While today’s news that the Maple Leafs would be placing goaltender Matt Murray on LTIR to start the season helps to alleviate Toronto’s salary cap situation, they still have some work to do. Using CapFriendly’s numbers, they still sit a little more than $2MM above the Upper Limit of the salary cap (even with Jake Muzzin being LTIR-bound himself) which means they have some paring down to do.
The recent arbitration award to Ilya Samsonov has opened up a second buyout window that they can utilize within the next 48 hours. However, there are specific rules in place as to who can be bought out in this second window. The player must make at least $4MM and have been on the roster last season. Most of the other Toronto players that meet the criteria (and there aren’t many) have a zero percent chance of being bought out.
One possible exception is defenseman T.J. Brodie. While they certainly wouldn’t want to part with the 33-year-old, the back-loaded structure of his contract would actually see the Maple Leafs clear the full $5MM AAV off the books for next season, clearing that gap and actually giving them some flexibility to add. On the flip side, it would add $2.5MM onto the books for 2024-25 which certainly isn’t ideal with Auston Matthews and William Nylander needing pricey new deals next summer. Speculatively, if they were open to parting with Brodie, a trade with 50% retention would free up $2.5MM in cap room and could yield a positive-value return, even in a market that doesn’t have a lot of financial wiggle room.
Assuming that’s not a route Toronto wants to take, let’s move on to some of the smaller cost-cutting options, sticking with the defense first. Conor Timmins has a two-year deal that begins next season, one that carries a $1.1MM AAV. While it’s generally viewed as bad form to trade a player that soon after signing an extension, Treliving wasn’t the one that gave him that deal. Even if a trade option isn’t available, the contract can be fully buried in the minors without a lingering cap charge. That might be their best option, actually, allowing them to keep Timmins in the organization a little longer and if another LTIR-eligible injury arises, he could then be brought up.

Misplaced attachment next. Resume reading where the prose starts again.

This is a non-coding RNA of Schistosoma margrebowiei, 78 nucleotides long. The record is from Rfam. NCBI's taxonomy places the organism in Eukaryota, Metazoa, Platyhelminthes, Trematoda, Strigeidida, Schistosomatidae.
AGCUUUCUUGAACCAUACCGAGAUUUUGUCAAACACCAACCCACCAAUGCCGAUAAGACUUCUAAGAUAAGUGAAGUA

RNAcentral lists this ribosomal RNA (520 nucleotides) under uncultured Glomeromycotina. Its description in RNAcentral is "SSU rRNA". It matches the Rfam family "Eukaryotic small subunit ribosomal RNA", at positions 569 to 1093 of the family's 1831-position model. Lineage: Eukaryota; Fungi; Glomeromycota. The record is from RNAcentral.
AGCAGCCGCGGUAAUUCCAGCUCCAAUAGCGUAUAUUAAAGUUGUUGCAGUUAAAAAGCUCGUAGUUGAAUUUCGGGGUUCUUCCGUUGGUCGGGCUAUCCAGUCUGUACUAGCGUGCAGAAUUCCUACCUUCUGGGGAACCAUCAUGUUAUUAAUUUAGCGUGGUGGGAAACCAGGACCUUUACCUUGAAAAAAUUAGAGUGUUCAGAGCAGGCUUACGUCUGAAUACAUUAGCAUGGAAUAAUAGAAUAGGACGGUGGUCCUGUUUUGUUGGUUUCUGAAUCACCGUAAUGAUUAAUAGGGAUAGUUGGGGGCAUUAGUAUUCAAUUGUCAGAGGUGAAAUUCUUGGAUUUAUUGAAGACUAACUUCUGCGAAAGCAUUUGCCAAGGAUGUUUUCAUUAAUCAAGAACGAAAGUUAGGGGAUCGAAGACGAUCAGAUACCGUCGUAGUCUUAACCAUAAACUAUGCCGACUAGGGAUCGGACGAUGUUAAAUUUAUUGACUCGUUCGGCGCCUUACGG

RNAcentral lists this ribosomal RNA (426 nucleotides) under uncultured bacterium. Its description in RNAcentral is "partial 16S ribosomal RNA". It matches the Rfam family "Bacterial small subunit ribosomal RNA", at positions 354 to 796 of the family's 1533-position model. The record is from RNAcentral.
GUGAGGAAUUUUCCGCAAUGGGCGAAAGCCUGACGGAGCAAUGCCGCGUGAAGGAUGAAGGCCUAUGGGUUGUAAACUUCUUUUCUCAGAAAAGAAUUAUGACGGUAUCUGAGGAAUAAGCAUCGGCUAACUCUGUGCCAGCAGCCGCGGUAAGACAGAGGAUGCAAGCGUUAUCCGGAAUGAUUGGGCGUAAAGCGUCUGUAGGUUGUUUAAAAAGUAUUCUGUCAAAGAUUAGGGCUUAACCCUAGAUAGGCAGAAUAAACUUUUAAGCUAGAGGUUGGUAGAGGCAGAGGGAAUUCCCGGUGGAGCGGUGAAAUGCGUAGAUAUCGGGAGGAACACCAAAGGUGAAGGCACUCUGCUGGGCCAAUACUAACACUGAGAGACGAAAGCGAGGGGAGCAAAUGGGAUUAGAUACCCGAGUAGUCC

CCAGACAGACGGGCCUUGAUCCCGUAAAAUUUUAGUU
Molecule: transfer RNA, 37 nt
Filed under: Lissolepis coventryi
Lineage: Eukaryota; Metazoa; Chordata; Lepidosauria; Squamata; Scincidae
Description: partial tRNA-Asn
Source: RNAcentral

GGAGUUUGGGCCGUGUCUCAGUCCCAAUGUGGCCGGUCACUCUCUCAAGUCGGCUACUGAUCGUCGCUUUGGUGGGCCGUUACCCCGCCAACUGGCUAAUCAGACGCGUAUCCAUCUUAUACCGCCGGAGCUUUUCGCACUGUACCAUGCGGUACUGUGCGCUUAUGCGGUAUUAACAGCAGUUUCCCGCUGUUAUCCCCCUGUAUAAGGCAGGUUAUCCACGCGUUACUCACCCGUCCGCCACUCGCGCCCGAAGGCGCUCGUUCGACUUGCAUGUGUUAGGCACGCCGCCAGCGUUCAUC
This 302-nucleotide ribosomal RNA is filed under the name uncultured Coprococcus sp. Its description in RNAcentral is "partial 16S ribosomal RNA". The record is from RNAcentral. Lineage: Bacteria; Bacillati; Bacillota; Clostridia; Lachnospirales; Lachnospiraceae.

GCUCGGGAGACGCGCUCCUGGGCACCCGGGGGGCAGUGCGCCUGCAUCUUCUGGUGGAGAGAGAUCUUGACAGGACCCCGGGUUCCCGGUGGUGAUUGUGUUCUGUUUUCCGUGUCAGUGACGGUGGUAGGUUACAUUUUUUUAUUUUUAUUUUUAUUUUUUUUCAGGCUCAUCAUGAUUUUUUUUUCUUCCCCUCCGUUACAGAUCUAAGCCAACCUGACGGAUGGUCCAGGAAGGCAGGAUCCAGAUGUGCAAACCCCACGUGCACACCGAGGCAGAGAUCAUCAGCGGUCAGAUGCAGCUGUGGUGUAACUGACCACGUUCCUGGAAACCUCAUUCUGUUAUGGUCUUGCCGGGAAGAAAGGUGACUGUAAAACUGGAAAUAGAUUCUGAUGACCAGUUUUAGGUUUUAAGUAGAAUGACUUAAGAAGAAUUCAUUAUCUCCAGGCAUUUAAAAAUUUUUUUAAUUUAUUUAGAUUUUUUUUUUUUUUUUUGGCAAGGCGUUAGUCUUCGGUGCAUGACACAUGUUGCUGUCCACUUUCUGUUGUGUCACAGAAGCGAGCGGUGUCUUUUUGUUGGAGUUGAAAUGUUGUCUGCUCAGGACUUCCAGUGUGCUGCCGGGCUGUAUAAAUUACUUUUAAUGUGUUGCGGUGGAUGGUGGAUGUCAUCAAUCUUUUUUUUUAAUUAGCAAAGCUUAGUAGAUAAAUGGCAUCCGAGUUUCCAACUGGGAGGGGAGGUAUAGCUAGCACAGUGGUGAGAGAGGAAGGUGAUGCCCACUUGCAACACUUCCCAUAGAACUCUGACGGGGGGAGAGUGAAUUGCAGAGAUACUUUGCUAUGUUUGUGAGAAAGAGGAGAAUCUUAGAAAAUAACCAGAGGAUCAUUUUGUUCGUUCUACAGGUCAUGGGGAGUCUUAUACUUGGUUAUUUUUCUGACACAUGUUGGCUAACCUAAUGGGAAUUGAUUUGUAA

However, if head coach Sheldon Keefe wants to hold onto Timmins in the NHL, then Timothy Liljegren could become a cost-cutting candidate. Signed for a reasonable $1.4MM next season, the 24-year-old has shown enough that they could get a solid return for his services although it would take another perceived part of their long-term plans out of the system, joining Rasmus Sandin who was moved at the deadline last season.
If Toronto parts with Brodie, it becomes much less likely that they’ll do something with Timmins or Liljegren as they’ll need them in the lineup on a regular basis.
Up front, there are presently 14 forwards on their projected roster. They only need 12 so some savings can come from here. Nicholas Robertson is coming off another shoulder injury and is waiver-exempt so his $797K is an easy one to pare down.
The other one isn’t as easy. Sam Lafferty ($1.15MM) could be a luxury they could no longer afford and his contract could be fully buried in the minors if he was to clear waivers. With the year he had, there could be a taker in training camp but with several capable role players still unsigned, his trade value right now would be limited. Dylan Gambrell ($750K) is someone who might pass through unclaimed but he’d yield the fewest cap savings. Pontus Holmberg ($800K) and Matthew Knies ($925K) are waiver-exempt and would save a bit more money than Gambrell but in a perfect world, they’re both in the opening lineup.
The other possible cap casualty could be winger Calle Jarnkrok. At $2.1MM, his cap hit is hardly above market value but it might be a value that they can’t afford anymore while moving him outright would get them back into compliance. However, the trade market for him might not be the best right now with other bottom-six players available in free agency and not necessarily needing the three years that Jarnkrok has left on his deal.
As you can see, there are certainly multiple paths that the Maple Leafs can take to get compliant. But one way or the other, they will need to either part with some serviceable veterans or carry a minimum-sized roster to get there. Treliving has added some pieces this summer including veterans John Klingberg, Tyler Bertuzzi, and Max Domi but some subtraction should now be coming.